It has been awhile since I posted to my blog or shared my photography on social media. I did a lot of traveling in 2019 and have wanted to share my new images, but the timing just did not feel right until now. This past March, I traveled to Alaska to photograph the aurora borealis. I flew from Honolulu to Anchorage and connected up to Fairbanks. My best friend who is a non-photographer joined me. He and I can have a blast simply driving to the dump together, so we had a lot of fun. We rented a pickup truck to drive up the Dalton Highway to Wiseman where we rented a cabin for the week. I had not been in any winter conditions since moving to Kauai 5 years ago, but was pleased with how quickly I adapted to -15° Fahrenheit at night. I felt comfortable in my down expedition parka and pants that have been stored in hanging garment bags in my closet. I timed my trip to coincide with the spring equinox for statistically optimum northern lights viewing, as well as the full moon. As it goes on any landscape photography adventure, the sky was cloudy or the aurora was barely visible most of the nights. Luckily, I found some clear skies and incredible aurora activity a few days before the full moon. As beautiful as this image is, it does not fully convey the intensity of what I experienced with the aurora erupting into strange twists and colorful shapes. For a less than 3 minutes, we howled with delight at the sky all alone in the Brooks Range.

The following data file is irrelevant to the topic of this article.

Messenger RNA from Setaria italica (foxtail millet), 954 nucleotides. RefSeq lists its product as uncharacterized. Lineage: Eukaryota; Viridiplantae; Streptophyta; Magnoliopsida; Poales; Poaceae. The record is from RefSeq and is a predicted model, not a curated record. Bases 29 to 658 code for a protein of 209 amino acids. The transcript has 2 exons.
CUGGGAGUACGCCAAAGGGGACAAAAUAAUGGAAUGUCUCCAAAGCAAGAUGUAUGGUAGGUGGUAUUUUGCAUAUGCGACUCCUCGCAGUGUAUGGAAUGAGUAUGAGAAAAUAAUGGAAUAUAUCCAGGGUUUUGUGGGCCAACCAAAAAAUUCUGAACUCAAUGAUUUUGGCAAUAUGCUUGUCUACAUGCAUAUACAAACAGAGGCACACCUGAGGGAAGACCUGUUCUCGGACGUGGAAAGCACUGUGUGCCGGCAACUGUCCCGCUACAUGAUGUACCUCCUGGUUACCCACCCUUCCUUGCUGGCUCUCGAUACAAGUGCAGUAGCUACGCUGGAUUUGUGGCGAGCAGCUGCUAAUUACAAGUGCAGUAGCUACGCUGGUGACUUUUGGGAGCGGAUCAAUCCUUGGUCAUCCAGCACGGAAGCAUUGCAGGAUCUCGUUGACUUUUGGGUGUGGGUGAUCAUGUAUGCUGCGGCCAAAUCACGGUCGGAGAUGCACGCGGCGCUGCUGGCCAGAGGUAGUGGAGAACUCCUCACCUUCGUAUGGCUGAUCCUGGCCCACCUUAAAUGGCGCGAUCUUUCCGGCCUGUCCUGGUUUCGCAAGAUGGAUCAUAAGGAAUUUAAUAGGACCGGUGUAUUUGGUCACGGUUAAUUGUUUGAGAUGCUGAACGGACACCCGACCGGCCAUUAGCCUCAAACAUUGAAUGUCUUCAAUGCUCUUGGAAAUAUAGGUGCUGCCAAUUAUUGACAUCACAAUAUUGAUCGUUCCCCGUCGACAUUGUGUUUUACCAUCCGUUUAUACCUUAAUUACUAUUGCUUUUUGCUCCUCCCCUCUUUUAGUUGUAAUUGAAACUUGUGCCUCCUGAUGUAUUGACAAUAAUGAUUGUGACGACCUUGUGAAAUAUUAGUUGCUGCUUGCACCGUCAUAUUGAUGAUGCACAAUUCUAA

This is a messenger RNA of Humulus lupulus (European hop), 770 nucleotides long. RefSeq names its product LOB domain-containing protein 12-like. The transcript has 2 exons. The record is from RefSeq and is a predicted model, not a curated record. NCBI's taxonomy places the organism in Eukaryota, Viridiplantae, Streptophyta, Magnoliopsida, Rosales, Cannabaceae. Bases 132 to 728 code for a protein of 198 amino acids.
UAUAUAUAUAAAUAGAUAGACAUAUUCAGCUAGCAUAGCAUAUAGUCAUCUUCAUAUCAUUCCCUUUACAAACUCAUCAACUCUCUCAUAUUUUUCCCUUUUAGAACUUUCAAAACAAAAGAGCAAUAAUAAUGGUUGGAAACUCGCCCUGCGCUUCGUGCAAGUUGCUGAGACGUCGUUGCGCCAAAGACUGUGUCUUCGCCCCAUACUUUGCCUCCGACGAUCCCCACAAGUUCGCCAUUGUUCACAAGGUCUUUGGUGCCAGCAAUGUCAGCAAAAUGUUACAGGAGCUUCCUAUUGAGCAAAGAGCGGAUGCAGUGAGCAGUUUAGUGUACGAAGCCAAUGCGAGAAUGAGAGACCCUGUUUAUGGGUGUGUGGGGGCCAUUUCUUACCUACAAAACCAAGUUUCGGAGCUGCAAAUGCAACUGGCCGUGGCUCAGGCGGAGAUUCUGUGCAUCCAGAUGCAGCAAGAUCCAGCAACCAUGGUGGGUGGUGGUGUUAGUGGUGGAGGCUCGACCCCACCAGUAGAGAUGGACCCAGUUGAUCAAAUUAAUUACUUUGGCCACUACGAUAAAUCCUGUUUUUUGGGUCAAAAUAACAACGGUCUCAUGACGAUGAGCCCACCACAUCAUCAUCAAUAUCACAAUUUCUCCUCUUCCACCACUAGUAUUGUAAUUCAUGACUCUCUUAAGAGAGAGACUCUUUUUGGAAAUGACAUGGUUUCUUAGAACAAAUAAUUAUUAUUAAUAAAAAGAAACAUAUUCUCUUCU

I just returned from almost 2 weeks in Alaska and had fabulous weather the entire trip. In fact, it was so nice that shooting conditions were less than ideal because there were no clouds in the sky for landscape or wildlife photography. The few times that there were sunrise/sunset clouds were on the days that I was driving long distances and did not have time to shoot. Fortunately, I made the most of what was available to me and that included photographing a beautiful appearance of the aurora borealis. Some friends of mine in Talkeetna told me the northern lights were out very late one night while I was sleeping, so I checked the aurora forecast the next day on spaceweather.com and decided to stay up that night to shoot. Though I was getting over a cold and exhausted from lousy travel sleep, I drove up the Denali Highway and stayed up until 3 am. Fortunately, the lights made an appearance and were at their best around 1 am. I set my camera on ISO 1600 and used my Carl Zeiss 35mm f2 lens set at f2.8 and 12 seconds to record this image. The aurora was more interesting off to the left of the frame, but I really liked these trees to make the entire composition, rather than just an aurora picture of the sky.